Established before the stock-market crash in 1929, Kappa Beta Phi meets just once a year and always at the St. Regis, the more than a century-old Beaux Arts hotel on Fifth Avenue. The society, with its grandiose titles and playful rituals, dates back to a time before television when societies and clubs were big sources of entertainment. It also dates to when the term “Wall Street” referred to the warren of streets around the New York Stock Exchange and not to the complex, global network of hedge funds and structured derivatives it has become.
Kappa Beta Phi continued to meet through the depression — a 1932 Wall Street Journal story about the gathering carried the headline “Wall Street Chapter to Revive Ghosts of ‘Good Old Days’ Tonight” — but its annual dinner was suspended for a few years during World War II.
Kappa Beta Phi’s membership remains a roster of Wall Street power brokers past and present, including New York Mayor Michael Bloomberg and New Jersey Gov. Jon Corzine, two more no-shows at this year’s dinner. Mary Schapiro, President-elect Barack Obama’s nominee to head the Securities and Exchange Commission, is also a member, as is former Goldman Sachs & Co. Chairman John C. Whitehead. About 15 to 20 new members — eminent all — are inducted each year, having been nominated by members and approved by the group’s leaders.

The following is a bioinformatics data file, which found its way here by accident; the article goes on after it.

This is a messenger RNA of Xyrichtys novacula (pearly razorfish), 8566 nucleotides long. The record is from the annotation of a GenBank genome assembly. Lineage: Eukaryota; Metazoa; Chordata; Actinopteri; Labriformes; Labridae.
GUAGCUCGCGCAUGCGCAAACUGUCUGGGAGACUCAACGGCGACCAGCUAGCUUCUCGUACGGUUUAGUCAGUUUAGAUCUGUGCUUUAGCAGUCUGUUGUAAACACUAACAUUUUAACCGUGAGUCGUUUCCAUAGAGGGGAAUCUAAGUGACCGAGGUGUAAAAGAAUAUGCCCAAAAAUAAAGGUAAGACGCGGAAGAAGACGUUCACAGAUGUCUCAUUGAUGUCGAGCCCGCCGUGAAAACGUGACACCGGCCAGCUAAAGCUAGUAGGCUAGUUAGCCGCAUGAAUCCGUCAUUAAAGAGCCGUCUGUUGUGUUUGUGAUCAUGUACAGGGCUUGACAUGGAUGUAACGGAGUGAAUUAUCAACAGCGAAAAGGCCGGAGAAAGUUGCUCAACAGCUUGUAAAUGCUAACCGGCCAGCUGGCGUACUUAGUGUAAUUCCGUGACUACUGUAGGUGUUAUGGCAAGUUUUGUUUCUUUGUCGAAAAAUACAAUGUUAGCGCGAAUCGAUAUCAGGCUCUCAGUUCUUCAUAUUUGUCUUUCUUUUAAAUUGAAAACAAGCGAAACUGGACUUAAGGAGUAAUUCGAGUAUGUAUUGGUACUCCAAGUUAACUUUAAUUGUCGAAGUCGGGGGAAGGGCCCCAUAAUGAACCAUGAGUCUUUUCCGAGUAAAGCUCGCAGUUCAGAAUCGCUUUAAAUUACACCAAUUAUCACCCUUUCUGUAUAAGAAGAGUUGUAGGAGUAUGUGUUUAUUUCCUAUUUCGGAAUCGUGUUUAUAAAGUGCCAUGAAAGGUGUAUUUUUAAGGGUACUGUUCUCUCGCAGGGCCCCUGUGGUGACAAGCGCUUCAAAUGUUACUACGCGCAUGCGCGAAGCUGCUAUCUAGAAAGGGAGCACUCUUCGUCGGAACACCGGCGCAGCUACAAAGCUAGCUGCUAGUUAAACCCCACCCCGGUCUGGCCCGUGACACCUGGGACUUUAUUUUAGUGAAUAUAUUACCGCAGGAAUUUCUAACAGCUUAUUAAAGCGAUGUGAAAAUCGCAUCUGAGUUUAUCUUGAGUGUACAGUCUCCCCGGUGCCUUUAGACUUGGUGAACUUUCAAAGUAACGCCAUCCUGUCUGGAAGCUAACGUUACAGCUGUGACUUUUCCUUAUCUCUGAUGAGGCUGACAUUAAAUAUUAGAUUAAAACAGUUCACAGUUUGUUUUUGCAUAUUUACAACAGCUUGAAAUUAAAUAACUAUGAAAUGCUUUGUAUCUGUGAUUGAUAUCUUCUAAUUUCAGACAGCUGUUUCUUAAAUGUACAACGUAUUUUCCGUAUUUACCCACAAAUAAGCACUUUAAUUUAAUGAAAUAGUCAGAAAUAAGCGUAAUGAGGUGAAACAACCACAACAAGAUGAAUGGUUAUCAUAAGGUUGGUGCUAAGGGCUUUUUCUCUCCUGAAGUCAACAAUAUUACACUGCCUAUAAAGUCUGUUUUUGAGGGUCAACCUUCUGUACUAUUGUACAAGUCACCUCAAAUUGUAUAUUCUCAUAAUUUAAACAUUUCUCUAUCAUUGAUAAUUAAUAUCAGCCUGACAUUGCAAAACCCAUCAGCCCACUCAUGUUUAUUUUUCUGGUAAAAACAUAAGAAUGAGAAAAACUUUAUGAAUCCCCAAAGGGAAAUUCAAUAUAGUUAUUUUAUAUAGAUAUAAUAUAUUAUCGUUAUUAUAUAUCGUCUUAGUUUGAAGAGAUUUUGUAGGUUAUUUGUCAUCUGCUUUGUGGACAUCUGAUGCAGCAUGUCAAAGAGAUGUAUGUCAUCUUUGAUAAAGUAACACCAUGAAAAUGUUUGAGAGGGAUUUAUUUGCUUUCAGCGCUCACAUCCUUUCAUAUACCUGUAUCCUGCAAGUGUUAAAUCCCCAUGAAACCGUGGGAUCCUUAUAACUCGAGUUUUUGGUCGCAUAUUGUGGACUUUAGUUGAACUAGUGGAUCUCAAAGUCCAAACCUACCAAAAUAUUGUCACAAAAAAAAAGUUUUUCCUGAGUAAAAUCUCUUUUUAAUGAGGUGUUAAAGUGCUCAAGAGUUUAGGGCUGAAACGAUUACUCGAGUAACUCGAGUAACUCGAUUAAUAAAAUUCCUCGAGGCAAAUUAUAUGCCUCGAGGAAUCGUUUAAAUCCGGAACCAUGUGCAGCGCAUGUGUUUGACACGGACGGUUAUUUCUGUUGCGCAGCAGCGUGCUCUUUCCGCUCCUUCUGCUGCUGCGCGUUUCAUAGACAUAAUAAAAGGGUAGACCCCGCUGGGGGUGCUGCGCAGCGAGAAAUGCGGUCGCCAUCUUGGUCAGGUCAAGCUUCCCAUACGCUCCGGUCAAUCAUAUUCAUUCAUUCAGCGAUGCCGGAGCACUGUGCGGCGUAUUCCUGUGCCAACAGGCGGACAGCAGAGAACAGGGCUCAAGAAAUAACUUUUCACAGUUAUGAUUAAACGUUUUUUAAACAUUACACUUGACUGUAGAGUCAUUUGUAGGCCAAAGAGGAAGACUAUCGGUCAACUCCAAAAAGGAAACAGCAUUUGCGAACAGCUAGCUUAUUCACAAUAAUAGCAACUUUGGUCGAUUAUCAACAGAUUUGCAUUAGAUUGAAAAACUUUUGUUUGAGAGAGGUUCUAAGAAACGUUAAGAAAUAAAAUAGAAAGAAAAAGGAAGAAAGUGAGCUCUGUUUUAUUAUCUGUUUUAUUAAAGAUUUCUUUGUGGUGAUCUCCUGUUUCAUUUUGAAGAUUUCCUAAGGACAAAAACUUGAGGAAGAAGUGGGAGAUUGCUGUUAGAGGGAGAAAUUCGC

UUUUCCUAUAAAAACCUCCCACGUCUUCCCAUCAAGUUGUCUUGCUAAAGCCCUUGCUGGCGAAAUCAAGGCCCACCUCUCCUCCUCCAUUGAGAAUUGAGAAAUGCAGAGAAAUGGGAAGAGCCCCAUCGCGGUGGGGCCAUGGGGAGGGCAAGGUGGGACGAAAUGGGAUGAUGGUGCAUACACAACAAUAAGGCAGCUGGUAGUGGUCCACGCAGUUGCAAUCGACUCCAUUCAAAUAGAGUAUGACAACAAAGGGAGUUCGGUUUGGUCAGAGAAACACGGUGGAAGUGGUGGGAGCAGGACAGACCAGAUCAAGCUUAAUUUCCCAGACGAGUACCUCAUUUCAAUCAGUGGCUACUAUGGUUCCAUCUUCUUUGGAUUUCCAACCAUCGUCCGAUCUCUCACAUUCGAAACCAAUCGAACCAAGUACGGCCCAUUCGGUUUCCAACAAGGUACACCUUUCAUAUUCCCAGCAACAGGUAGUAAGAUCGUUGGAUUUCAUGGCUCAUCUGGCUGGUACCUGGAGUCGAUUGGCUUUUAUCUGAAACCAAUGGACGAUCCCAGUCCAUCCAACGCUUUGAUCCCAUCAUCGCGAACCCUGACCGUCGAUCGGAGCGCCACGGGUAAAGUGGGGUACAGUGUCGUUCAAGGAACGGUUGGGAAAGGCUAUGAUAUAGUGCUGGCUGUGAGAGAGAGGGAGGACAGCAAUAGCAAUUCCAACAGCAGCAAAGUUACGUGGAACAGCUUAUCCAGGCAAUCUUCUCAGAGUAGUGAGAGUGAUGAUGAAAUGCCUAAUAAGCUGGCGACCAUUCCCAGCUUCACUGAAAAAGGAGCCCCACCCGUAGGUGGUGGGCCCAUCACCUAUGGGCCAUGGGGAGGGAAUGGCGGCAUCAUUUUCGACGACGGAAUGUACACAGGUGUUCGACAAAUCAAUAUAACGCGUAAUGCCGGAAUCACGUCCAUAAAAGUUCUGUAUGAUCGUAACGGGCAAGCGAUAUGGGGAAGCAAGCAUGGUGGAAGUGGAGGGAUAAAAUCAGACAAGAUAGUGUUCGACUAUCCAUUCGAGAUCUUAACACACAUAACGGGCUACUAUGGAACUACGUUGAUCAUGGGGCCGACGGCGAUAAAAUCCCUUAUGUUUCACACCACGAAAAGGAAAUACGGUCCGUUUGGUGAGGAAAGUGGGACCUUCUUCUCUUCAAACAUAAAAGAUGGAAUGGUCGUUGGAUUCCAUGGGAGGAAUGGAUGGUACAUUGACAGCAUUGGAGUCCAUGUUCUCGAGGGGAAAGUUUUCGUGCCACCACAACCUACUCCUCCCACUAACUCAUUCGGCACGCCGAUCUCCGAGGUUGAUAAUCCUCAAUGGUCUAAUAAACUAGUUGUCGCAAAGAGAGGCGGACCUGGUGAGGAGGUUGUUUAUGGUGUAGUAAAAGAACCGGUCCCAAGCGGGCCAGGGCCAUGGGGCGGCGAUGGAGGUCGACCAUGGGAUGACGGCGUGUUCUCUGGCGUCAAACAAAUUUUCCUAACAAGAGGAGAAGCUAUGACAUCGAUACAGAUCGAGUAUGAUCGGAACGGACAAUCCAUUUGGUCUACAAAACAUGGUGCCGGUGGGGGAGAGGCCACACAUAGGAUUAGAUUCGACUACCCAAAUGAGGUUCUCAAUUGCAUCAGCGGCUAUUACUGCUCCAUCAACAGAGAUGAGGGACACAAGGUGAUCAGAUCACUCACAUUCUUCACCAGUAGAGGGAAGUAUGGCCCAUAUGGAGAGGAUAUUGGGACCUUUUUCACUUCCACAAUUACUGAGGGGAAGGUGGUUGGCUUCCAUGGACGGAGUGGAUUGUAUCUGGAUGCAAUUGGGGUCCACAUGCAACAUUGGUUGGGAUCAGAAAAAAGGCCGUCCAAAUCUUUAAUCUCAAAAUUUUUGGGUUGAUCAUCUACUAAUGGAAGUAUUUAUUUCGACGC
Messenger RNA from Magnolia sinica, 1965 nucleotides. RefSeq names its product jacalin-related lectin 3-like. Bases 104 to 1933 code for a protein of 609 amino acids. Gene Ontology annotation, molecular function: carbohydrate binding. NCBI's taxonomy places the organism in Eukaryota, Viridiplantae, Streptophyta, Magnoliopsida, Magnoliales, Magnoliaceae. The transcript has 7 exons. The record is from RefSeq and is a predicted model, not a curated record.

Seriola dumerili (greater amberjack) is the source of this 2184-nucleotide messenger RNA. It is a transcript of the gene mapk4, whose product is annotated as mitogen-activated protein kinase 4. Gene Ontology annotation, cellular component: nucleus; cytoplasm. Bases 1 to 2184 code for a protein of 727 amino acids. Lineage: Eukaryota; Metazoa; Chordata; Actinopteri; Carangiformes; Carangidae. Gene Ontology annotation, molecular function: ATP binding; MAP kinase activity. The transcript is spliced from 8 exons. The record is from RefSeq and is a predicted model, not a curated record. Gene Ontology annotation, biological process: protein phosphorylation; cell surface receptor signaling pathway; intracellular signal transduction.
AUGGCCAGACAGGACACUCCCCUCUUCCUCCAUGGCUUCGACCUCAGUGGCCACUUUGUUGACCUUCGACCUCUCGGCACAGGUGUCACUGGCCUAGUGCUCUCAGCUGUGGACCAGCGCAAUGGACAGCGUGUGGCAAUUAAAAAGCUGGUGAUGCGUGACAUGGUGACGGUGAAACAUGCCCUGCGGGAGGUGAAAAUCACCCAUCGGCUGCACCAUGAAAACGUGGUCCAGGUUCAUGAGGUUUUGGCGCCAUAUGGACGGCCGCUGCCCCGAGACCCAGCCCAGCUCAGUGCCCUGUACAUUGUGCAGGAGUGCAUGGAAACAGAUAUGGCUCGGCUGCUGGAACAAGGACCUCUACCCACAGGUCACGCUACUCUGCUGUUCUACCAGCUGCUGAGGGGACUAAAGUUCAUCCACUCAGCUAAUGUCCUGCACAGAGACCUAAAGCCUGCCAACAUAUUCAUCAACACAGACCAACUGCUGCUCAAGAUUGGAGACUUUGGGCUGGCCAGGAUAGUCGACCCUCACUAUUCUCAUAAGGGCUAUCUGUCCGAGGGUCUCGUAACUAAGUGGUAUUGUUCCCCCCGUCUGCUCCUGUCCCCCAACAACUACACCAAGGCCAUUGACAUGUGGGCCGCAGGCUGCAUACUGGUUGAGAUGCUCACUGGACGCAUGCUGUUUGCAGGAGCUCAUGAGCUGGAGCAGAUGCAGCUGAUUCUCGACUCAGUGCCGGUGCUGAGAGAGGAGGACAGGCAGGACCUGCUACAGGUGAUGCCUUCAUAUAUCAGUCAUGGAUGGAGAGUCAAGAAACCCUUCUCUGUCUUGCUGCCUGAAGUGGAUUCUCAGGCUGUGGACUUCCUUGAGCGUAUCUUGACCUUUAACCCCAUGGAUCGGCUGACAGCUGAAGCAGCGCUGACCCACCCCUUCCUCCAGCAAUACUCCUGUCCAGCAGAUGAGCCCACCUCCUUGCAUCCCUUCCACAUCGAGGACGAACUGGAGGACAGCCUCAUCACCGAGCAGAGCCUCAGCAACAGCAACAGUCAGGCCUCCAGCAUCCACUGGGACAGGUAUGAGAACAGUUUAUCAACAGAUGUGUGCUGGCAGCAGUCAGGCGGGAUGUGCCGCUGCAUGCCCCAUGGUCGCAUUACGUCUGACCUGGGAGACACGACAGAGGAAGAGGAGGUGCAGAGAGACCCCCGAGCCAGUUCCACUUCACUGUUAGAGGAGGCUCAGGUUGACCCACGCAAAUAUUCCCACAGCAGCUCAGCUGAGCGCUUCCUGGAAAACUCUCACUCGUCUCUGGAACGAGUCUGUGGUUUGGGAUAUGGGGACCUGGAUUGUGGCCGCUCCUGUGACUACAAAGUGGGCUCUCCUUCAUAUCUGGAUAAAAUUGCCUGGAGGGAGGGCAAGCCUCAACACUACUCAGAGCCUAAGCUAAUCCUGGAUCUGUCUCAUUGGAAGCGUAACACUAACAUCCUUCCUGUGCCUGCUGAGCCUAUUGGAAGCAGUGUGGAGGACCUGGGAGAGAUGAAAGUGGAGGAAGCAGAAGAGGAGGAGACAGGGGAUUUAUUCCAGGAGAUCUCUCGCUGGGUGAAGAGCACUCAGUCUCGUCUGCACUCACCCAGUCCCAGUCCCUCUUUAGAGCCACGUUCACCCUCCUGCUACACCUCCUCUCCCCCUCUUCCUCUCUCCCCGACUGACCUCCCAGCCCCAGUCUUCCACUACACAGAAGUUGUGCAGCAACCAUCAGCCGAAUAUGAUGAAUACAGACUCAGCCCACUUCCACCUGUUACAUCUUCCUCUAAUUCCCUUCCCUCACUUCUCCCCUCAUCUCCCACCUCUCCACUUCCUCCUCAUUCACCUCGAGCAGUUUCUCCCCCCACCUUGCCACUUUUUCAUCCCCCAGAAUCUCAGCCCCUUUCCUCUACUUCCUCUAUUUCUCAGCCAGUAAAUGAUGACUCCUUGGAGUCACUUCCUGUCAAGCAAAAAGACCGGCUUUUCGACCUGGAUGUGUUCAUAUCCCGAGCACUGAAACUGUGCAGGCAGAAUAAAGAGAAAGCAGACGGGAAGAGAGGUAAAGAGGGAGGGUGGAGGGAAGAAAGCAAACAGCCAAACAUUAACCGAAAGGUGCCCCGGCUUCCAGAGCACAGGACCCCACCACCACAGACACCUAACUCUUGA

But Kappa Beta Phi, whose name is a play on Phi Beta Kappa, the academic honor society, is more about cornball comedy than high finance. Its Latin motto “Dum vivamus edimus et biberimus” is freely translated as, “While we live, we eat and drink.” Like Phi Beta Kappa inductees, members of Kappa Beta Phi also receive a fob, or key. Phi Beta Kappa’s key includes a hand pointing at three stars that symbolize the society’s principles: morality, friendship and learning. Kappa Beta Phi’s key has images of a hand, a beer stein, champagne tumbler and five stars. The stars represent Hennessy cognac and the hand is there to hold a glass.
Under the painted clouds and gilt chandeliers of a room called the St. Regis Roof, this year’s attendees, including Alan Schwartz, the ex-Bear Stearns president and chief executive, and Sallie Krawcheck, the former head of Citigroup’s wealth-management arm, enjoyed an evening of ribald humor and old-fashioned hazing.